The legend of lost Confederate gold in Washington, Georgia has persisted since it was stolen on the night of May 24th, 1865. The story lives on in personal diaries, town tourism materials, treasure tale folklore, treasure hunting manuals, conspiracy theories, and family memory. This thesis seeks to examine how and why the robbery is understood as a meaningful event. In the aforementioned sources, the gold robbery has been construed as a reminder of bitter defeat, a charming feature of a small Southern town, a captivating treasure tale, an artifact waiting to be found, proof of the Confederacy's imminent return, and a source of pride for a prominent black family. Collective memory of the gold and its disappearance is ultimately intertwined with memory of the Civil War, and the nostalgia, emotion, and identity involved in creating remembrance. The gold - both the idea of it and its physical existence - represents a diverse array of ideas of what it means to not only preserve, but also perpetuate the history of the Civil War.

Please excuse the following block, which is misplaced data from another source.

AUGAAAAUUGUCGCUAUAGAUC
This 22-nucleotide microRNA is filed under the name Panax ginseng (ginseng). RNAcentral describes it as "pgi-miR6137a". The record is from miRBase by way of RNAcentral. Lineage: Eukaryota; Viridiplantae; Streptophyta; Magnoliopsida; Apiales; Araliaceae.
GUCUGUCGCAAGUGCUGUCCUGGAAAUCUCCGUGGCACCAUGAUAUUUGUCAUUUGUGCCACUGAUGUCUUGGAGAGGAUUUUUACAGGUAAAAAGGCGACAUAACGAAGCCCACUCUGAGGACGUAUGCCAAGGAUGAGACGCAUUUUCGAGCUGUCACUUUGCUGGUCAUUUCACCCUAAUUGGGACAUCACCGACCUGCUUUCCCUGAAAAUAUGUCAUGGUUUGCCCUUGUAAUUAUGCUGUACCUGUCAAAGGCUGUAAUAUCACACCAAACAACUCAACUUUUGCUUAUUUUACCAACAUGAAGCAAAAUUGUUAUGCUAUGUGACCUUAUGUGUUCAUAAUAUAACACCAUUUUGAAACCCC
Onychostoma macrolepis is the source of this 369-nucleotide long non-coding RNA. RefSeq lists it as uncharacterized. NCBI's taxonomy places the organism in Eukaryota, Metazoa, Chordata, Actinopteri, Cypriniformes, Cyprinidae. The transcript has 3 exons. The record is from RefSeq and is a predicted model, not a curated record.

Table of Contents
Introduction 1 1. From Richmond to Washington and Beyond: The Gold's Journey South 4 2. A Legend is Born: Initial Interpretations of the Robbery 12 3. "A Casket Full of Precious Memoirs": The Town of Washington's Conception of its History 31 4. "A Special Kind of Treasure In Itself": The Treasure Folktale and the Treasure Hunting Community 44 5. The South Will Rise Again: A Conspiracy Theory Concerning the Gold's Whereabouts 60 6. "I Just Know": A Family Legend 80 Conclusion 93 Bibliography 95 Appendix 107
About this Honors Thesis
|Committee Chair / Thesis Advisor|
|File download under embargo until 18 October 2020||2018-08-28||File download under embargo until 18 October 2020|